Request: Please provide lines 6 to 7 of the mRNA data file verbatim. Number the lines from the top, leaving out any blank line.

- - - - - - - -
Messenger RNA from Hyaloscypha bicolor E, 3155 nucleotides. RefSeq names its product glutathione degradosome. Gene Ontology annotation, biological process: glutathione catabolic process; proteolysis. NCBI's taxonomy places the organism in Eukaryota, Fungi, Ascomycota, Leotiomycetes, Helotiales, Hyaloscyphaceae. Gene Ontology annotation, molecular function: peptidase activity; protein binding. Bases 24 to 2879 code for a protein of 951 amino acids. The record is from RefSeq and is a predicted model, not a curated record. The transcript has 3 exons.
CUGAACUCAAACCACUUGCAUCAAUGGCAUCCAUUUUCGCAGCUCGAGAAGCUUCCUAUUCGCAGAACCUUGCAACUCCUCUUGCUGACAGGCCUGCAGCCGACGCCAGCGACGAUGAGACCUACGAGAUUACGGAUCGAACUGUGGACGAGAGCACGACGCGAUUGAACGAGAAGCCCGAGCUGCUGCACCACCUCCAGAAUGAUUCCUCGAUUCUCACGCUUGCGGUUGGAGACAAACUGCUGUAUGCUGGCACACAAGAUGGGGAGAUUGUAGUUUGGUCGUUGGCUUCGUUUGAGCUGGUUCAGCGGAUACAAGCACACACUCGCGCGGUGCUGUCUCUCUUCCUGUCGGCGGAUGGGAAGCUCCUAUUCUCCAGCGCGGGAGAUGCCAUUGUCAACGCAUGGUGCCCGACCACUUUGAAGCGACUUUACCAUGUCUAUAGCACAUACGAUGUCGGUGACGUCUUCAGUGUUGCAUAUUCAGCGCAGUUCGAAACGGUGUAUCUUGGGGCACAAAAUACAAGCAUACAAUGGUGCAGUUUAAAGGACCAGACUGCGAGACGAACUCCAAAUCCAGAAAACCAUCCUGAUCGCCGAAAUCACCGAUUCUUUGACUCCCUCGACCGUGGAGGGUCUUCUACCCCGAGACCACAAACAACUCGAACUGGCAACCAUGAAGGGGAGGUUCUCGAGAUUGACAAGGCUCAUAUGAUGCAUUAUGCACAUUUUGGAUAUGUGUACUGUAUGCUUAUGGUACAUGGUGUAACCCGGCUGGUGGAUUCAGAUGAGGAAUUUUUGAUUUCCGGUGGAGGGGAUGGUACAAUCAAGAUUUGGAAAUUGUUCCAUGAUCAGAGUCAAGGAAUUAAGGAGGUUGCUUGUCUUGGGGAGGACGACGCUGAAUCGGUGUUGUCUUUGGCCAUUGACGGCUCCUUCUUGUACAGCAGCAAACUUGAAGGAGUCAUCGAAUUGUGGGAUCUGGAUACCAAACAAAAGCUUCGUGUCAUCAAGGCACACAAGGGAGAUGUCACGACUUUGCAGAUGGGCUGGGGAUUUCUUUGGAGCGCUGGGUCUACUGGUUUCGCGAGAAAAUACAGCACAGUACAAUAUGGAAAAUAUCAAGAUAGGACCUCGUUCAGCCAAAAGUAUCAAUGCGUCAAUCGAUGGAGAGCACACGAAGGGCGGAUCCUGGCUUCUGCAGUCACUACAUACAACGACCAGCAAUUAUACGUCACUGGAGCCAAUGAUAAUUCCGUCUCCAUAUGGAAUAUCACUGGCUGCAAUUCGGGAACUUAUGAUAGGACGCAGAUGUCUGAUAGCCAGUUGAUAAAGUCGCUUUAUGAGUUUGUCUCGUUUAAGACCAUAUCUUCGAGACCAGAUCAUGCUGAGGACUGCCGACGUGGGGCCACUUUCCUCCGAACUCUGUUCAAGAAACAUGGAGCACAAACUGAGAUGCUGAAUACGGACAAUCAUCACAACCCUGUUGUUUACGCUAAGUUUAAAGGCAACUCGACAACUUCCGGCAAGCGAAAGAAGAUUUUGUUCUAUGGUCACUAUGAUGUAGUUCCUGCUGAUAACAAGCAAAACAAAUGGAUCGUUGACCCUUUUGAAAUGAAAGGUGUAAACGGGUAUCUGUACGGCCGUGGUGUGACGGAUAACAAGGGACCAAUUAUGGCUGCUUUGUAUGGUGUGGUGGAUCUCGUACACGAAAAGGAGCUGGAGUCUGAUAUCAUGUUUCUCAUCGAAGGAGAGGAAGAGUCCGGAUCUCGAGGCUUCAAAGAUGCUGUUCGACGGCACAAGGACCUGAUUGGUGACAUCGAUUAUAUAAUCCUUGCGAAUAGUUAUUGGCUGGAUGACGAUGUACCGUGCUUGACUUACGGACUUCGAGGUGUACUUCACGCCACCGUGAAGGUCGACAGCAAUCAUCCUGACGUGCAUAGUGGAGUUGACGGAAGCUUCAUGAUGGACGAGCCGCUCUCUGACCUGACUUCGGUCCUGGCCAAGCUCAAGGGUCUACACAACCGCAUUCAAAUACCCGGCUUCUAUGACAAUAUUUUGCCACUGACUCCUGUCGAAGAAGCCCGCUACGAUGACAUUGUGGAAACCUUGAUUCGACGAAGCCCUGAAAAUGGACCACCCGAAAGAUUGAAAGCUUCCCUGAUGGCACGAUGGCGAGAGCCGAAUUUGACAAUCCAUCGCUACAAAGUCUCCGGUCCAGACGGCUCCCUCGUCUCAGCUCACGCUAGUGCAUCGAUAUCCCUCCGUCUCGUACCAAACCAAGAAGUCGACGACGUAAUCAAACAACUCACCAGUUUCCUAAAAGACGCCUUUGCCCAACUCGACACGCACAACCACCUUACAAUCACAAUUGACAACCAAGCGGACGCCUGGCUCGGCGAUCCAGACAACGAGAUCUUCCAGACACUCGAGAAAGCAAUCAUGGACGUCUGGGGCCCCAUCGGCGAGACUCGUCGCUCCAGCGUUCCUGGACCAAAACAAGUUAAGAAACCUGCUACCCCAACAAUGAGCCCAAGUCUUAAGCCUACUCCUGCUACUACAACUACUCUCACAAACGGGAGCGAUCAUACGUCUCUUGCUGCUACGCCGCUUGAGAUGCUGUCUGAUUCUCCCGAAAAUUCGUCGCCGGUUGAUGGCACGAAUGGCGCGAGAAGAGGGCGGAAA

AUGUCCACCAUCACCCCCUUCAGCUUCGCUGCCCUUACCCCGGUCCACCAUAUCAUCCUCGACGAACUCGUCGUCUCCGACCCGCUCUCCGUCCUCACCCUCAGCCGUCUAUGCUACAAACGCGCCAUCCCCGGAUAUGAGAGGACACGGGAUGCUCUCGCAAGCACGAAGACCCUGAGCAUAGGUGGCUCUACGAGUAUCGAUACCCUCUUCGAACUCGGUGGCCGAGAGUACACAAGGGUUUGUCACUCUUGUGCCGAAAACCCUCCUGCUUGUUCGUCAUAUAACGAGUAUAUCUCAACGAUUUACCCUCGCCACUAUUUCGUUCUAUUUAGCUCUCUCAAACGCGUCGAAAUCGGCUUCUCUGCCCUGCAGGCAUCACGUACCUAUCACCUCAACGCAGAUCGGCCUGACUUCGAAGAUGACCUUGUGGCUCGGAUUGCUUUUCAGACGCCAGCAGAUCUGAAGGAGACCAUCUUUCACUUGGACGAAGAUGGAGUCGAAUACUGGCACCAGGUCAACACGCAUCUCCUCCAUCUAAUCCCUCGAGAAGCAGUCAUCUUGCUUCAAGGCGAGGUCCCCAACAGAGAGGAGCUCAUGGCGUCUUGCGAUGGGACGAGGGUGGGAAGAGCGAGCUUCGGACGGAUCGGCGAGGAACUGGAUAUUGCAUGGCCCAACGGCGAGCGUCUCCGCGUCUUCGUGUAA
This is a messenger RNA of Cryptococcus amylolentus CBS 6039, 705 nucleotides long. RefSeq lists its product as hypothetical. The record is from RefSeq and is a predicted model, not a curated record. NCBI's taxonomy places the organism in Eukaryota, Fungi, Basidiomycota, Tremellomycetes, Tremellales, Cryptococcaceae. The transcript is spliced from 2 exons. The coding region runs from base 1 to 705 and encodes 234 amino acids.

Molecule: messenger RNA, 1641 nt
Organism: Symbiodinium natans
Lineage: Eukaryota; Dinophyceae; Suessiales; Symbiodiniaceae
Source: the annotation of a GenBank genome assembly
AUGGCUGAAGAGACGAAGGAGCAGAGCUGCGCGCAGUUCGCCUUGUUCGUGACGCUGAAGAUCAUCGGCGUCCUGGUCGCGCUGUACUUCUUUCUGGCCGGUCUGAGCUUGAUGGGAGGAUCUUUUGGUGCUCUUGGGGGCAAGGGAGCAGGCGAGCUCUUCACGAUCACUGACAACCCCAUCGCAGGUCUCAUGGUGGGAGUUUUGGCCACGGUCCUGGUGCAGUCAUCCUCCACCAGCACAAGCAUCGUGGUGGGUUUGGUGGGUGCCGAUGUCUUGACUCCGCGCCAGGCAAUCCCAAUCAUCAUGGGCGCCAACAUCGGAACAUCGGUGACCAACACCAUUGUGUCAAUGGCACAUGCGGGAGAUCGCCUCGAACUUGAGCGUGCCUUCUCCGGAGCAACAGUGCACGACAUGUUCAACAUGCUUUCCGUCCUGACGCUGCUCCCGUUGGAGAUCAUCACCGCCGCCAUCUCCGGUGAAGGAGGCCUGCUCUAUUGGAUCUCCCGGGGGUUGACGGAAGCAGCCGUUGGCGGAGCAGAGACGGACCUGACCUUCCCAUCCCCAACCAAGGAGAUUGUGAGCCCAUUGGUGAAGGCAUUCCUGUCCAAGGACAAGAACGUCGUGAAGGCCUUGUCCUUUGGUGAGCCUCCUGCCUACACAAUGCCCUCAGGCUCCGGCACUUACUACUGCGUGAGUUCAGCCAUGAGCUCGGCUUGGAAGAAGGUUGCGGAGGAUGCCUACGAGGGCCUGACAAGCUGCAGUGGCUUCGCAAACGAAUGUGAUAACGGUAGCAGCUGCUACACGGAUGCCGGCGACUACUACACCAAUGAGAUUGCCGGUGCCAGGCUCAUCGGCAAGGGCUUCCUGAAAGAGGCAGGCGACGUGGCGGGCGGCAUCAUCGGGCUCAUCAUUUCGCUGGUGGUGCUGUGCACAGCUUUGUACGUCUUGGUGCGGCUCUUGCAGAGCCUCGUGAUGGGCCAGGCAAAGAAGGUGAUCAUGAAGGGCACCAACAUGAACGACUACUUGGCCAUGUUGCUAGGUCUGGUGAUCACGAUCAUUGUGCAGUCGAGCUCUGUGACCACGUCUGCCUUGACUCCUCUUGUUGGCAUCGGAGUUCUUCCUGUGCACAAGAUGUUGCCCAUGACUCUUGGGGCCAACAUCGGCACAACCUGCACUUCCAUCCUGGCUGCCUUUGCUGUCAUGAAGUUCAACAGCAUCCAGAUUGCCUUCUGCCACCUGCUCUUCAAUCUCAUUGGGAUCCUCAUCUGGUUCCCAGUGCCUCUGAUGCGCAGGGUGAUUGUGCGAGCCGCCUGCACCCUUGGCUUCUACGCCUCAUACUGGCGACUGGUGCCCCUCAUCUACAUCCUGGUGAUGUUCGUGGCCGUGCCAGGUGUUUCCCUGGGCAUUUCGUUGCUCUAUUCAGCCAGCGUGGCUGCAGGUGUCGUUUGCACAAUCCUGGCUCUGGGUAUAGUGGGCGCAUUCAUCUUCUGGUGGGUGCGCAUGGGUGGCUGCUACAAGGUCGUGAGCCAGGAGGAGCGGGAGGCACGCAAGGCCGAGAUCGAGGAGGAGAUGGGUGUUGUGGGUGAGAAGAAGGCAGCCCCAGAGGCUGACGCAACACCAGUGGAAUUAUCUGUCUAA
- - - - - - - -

Organism: Symbiodinium natans
Lineage: Eukaryota; Dinophyceae; Suessiales; Symbiodiniaceae